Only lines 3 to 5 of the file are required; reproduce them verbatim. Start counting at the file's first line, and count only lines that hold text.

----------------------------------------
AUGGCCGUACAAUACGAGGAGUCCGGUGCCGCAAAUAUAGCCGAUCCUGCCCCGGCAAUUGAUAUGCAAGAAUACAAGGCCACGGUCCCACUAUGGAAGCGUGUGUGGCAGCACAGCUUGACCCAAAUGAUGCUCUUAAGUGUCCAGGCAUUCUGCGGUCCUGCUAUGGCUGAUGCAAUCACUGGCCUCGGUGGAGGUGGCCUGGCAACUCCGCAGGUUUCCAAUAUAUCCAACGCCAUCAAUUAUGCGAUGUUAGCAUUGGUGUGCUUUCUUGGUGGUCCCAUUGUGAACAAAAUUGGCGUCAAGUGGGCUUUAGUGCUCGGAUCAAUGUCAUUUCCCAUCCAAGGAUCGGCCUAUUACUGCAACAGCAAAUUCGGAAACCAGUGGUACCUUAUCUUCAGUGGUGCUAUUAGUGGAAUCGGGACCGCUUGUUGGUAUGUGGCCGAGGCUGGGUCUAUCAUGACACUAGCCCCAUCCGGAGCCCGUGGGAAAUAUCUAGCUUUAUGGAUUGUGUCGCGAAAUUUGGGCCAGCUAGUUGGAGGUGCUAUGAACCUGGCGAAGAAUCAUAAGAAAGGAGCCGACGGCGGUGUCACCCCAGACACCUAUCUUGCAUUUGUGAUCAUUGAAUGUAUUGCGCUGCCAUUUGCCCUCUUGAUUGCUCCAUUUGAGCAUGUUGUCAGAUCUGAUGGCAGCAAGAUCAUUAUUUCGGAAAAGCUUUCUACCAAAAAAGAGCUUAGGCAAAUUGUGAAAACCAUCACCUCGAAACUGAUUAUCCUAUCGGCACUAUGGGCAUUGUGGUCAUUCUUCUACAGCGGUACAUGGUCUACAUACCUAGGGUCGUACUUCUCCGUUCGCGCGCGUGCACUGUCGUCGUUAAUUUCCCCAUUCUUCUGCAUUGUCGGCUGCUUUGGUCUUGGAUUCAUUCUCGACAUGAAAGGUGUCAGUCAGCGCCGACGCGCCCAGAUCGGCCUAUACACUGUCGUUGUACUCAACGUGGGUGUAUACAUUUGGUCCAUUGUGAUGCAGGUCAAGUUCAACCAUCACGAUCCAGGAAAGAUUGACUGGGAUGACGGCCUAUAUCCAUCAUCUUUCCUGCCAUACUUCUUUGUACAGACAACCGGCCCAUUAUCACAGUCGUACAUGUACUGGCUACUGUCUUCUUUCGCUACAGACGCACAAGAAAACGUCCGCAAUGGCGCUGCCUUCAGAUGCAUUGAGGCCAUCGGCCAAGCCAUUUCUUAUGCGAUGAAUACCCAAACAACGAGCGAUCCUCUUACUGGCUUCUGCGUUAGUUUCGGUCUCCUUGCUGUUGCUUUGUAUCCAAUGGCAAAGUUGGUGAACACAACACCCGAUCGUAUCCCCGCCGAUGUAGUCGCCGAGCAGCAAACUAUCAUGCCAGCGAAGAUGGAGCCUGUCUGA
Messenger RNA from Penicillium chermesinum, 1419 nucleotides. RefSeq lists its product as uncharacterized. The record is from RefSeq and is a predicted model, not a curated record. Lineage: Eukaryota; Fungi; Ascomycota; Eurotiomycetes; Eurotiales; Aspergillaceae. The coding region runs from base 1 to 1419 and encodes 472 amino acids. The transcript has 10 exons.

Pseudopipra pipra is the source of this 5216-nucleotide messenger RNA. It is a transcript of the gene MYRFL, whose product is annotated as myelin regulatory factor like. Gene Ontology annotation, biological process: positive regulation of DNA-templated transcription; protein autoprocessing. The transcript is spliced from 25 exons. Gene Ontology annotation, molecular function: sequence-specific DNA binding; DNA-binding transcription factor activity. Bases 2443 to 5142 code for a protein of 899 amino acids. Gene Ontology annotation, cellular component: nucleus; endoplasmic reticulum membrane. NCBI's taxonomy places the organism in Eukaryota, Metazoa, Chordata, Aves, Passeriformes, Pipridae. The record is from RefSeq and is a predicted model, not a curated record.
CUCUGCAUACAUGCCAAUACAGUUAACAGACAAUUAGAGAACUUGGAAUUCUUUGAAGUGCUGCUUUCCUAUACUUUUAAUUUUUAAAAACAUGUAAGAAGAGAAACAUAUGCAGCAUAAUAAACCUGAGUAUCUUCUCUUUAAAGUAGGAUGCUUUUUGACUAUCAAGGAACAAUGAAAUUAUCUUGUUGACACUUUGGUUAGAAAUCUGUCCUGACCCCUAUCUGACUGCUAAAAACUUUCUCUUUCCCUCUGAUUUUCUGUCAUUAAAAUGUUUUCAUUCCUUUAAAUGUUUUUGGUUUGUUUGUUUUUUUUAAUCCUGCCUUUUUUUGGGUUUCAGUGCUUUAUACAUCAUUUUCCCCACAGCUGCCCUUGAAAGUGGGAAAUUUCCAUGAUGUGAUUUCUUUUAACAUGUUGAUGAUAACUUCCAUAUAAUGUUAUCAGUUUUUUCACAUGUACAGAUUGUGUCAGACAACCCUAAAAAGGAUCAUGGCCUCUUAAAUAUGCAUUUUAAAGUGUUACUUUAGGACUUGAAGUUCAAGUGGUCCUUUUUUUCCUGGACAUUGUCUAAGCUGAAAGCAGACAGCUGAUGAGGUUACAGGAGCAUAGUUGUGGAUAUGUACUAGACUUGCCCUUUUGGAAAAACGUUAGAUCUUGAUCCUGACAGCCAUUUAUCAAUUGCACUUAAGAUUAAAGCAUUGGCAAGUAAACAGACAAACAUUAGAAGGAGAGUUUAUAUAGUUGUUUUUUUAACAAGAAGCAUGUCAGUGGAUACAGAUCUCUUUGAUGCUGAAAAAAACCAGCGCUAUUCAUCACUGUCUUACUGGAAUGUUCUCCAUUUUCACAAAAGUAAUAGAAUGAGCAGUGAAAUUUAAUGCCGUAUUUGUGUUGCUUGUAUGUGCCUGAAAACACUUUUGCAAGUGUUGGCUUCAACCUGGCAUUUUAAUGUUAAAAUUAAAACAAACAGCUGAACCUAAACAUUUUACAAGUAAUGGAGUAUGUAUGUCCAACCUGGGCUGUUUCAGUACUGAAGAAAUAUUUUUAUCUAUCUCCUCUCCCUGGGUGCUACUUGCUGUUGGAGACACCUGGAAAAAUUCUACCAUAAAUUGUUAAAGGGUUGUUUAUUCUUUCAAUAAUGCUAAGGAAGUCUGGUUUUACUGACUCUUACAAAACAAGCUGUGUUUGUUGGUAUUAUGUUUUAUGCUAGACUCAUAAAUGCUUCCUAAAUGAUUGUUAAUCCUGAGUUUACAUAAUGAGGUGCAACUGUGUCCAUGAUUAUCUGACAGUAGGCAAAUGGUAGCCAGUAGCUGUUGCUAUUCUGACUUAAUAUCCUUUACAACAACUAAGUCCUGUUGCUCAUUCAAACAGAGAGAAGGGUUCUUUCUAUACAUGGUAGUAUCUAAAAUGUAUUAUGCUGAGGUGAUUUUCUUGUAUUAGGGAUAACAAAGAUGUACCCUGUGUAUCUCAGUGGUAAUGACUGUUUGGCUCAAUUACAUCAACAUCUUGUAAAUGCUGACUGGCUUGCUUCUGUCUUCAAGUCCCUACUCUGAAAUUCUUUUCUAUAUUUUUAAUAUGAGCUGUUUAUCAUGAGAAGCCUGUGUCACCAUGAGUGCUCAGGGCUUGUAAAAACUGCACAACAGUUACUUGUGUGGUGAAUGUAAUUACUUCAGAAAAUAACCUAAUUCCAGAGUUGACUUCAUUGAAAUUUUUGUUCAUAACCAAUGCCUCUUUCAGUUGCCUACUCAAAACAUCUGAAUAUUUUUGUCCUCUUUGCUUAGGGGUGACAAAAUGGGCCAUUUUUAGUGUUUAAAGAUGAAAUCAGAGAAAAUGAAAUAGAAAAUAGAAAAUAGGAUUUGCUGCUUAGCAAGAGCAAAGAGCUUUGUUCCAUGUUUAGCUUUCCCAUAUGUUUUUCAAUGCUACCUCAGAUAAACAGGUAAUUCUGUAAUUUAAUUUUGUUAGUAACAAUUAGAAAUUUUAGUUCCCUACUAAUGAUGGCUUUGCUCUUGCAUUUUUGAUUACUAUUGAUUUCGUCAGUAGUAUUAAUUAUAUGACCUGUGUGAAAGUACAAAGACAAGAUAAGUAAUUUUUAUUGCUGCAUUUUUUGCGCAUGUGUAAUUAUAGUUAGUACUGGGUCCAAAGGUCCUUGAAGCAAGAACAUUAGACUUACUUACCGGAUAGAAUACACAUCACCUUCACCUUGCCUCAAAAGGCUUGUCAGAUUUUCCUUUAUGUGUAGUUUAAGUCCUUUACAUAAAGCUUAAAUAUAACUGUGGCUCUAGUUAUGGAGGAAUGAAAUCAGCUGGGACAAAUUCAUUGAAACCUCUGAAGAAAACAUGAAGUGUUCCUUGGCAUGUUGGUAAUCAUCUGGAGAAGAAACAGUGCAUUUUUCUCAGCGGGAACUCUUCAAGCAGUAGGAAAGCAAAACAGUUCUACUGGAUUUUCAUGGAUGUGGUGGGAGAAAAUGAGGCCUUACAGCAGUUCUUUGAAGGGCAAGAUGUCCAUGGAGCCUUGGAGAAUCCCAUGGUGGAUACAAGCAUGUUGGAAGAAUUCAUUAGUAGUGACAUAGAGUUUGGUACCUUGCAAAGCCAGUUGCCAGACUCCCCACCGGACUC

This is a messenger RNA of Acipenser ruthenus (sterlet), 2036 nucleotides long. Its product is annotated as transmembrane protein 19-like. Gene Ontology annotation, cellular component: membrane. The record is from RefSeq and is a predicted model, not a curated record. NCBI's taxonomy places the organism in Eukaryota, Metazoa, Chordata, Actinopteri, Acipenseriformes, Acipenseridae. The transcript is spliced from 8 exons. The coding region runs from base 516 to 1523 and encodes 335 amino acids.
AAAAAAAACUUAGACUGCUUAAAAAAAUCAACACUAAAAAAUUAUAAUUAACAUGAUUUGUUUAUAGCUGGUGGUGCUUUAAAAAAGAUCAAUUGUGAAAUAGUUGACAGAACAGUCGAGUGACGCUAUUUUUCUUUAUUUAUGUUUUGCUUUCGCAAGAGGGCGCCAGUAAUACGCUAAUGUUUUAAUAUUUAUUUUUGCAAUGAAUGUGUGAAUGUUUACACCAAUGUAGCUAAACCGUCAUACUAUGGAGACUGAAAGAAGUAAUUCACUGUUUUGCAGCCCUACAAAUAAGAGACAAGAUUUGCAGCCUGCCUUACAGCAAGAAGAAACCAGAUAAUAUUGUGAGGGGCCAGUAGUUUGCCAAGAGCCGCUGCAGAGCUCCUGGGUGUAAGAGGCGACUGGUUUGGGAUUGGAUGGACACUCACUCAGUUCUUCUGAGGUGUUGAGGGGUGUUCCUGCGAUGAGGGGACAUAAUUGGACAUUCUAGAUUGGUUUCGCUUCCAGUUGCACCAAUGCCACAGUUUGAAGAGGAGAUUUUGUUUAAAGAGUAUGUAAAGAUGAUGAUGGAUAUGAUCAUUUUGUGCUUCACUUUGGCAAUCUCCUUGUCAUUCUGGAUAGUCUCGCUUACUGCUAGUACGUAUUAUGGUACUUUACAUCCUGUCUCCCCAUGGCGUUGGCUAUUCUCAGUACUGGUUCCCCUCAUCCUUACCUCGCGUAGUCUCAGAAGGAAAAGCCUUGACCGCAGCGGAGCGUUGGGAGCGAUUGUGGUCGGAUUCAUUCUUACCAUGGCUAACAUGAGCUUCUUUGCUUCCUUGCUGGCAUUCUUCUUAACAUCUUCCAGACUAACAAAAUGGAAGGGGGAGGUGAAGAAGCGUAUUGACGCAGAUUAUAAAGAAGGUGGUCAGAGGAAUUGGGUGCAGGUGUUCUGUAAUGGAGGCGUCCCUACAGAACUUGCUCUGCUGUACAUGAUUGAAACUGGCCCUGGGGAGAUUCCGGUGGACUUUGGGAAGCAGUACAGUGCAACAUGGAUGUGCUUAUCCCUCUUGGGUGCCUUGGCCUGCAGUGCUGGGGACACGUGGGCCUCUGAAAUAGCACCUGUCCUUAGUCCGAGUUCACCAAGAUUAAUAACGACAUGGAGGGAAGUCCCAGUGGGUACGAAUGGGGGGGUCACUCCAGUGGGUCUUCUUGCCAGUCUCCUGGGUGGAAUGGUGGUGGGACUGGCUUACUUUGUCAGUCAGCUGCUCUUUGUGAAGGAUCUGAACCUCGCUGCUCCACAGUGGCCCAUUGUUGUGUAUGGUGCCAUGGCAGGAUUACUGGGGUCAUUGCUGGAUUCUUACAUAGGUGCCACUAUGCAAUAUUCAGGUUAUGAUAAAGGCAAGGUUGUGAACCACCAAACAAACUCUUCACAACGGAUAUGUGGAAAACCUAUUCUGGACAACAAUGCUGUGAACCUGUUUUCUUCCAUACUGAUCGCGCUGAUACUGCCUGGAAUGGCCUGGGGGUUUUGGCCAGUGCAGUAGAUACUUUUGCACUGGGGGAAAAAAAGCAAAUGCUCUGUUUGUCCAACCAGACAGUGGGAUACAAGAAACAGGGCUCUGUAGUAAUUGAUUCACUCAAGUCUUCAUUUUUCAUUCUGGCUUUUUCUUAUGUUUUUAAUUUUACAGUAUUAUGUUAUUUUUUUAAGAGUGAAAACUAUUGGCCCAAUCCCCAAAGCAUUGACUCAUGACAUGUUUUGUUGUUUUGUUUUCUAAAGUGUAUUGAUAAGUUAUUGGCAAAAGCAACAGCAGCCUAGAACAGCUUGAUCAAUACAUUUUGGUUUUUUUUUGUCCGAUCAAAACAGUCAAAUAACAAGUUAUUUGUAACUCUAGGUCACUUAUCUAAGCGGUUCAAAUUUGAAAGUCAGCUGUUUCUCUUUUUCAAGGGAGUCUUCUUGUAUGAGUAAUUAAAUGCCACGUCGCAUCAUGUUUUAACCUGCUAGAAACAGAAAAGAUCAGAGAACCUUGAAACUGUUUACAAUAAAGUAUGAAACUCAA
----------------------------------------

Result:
Pseudopipra pipra is the source of this 5216-nucleotide messenger RNA. It is a transcript of the gene MYRFL, whose product is annotated as myelin regulatory factor like. Gene Ontology annotation, biological process: positive regulation of DNA-templated transcription; protein autoprocessing. The transcript is spliced from 25 exons. Gene Ontology annotation, molecular function: sequence-specific DNA binding; DNA-binding transcription factor activity. Bases 2443 to 5142 code for a protein of 899 amino acids. Gene Ontology annotation, cellular component: nucleus; endoplasmic reticulum membrane. NCBI's taxonomy places the organism in Eukaryota, Metazoa, Chordata, Aves, Passeriformes, Pipridae. The record is from RefSeq and is a predicted model, not a curated record.
CUCUGCAUACAUGCCAAUACAGUUAACAGACAAUUAGAGAACUUGGAAUUCUUUGAAGUGCUGCUUUCCUAUACUUUUAAUUUUUAAAAACAUGUAAGAAGAGAAACAUAUGCAGCAUAAUAAACCUGAGUAUCUUCUCUUUAAAGUAGGAUGCUUUUUGACUAUCAAGGAACAAUGAAAUUAUCUUGUUGACACUUUGGUUAGAAAUCUGUCCUGACCCCUAUCUGACUGCUAAAAACUUUCUCUUUCCCUCUGAUUUUCUGUCAUUAAAAUGUUUUCAUUCCUUUAAAUGUUUUUGGUUUGUUUGUUUUUUUUAAUCCUGCCUUUUUUUGGGUUUCAGUGCUUUAUACAUCAUUUUCCCCACAGCUGCCCUUGAAAGUGGGAAAUUUCCAUGAUGUGAUUUCUUUUAACAUGUUGAUGAUAACUUCCAUAUAAUGUUAUCAGUUUUUUCACAUGUACAGAUUGUGUCAGACAACCCUAAAAAGGAUCAUGGCCUCUUAAAUAUGCAUUUUAAAGUGUUACUUUAGGACUUGAAGUUCAAGUGGUCCUUUUUUUCCUGGACAUUGUCUAAGCUGAAAGCAGACAGCUGAUGAGGUUACAGGAGCAUAGUUGUGGAUAUGUACUAGACUUGCCCUUUUGGAAAAACGUUAGAUCUUGAUCCUGACAGCCAUUUAUCAAUUGCACUUAAGAUUAAAGCAUUGGCAAGUAAACAGACAAACAUUAGAAGGAGAGUUUAUAUAGUUGUUUUUUUAACAAGAAGCAUGUCAGUGGAUACAGAUCUCUUUGAUGCUGAAAAAAACCAGCGCUAUUCAUCACUGUCUUACUGGAAUGUUCUCCAUUUUCACAAAAGUAAUAGAAUGAGCAGUGAAAUUUAAUGCCGUAUUUGUGUUGCUUGUAUGUGCCUGAAAACACUUUUGCAAGUGUUGGCUUCAACCUGGCAUUUUAAUGUUAAAAUUAAAACAAACAGCUGAACCUAAACAUUUUACAAGUAAUGGAGUAUGUAUGUCCAACCUGGGCUGUUUCAGUACUGAAGAAAUAUUUUUAUCUAUCUCCUCUCCCUGGGUGCUACUUGCUGUUGGAGACACCUGGAAAAAUUCUACCAUAAAUUGUUAAAGGGUUGUUUAUUCUUUCAAUAAUGCUAAGGAAGUCUGGUUUUACUGACUCUUACAAAACAAGCUGUGUUUGUUGGUAUUAUGUUUUAUGCUAGACUCAUAAAUGCUUCCUAAAUGAUUGUUAAUCCUGAGUUUACAUAAUGAGGUGCAACUGUGUCCAUGAUUAUCUGACAGUAGGCAAAUGGUAGCCAGUAGCUGUUGCUAUUCUGACUUAAUAUCCUUUACAACAACUAAGUCCUGUUGCUCAUUCAAACAGAGAGAAGGGUUCUUUCUAUACAUGGUAGUAUCUAAAAUGUAUUAUGCUGAGGUGAUUUUCUUGUAUUAGGGAUAACAAAGAUGUACCCUGUGUAUCUCAGUGGUAAUGACUGUUUGGCUCAAUUACAUCAACAUCUUGUAAAUGCUGACUGGCUUGCUUCUGUCUUCAAGUCCCUACUCUGAAAUUCUUUUCUAUAUUUUUAAUAUGAGCUGUUUAUCAUGAGAAGCCUGUGUCACCAUGAGUGCUCAGGGCUUGUAAAAACUGCACAACAGUUACUUGUGUGGUGAAUGUAAUUACUUCAGAAAAUAACCUAAUUCCAGAGUUGACUUCAUUGAAAUUUUUGUUCAUAACCAAUGCCUCUUUCAGUUGCCUACUCAAAACAUCUGAAUAUUUUUGUCCUCUUUGCUUAGGGGUGACAAAAUGGGCCAUUUUUAGUGUUUAAAGAUGAAAUCAGAGAAAAUGAAAUAGAAAAUAGAAAAUAGGAUUUGCUGCUUAGCAAGAGCAAAGAGCUUUGUUCCAUGUUUAGCUUUCCCAUAUGUUUUUCAAUGCUACCUCAGAUAAACAGGUAAUUCUGUAAUUUAAUUUUGUUAGUAACAAUUAGAAAUUUUAGUUCCCUACUAAUGAUGGCUUUGCUCUUGCAUUUUUGAUUACUAUUGAUUUCGUCAGUAGUAUUAAUUAUAUGACCUGUGUGAAAGUACAAAGACAAGAUAAGUAAUUUUUAUUGCUGCAUUUUUUGCGCAUGUGUAAUUAUAGUUAGUACUGGGUCCAAAGGUCCUUGAAGCAAGAACAUUAGACUUACUUACCGGAUAGAAUACACAUCACCUUCACCUUGCCUCAAAAGGCUUGUCAGAUUUUCCUUUAUGUGUAGUUUAAGUCCUUUACAUAAAGCUUAAAUAUAACUGUGGCUCUAGUUAUGGAGGAAUGAAAUCAGCUGGGACAAAUUCAUUGAAACCUCUGAAGAAAACAUGAAGUGUUCCUUGGCAUGUUGGUAAUCAUCUGGAGAAGAAACAGUGCAUUUUUCUCAGCGGGAACUCUUCAAGCAGUAGGAAAGCAAAACAGUUCUACUGGAUUUUCAUGGAUGUGGUGGGAGAAAAUGAGGCCUUACAGCAGUUCUUUGAAGGGCAAGAUGUCCAUGGAGCCUUGGAGAAUCCCAUGGUGGAUACAAGCAUGUUGGAAGAAUUCAUUAGUAGUGACAUAGAGUUUGGUACCUUGCAAAGCCAGUUGCCAGACUCCCCACCGGACUC

This is a messenger RNA of Acipenser ruthenus (sterlet), 2036 nucleotides long. Its product is annotated as transmembrane protein 19-like. Gene Ontology annotation, cellular component: membrane. The record is from RefSeq and is a predicted model, not a curated record. NCBI's taxonomy places the organism in Eukaryota, Metazoa, Chordata, Actinopteri, Acipenseriformes, Acipenseridae. The transcript is spliced from 8 exons. The coding region runs from base 516 to 1523 and encodes 335 amino acids.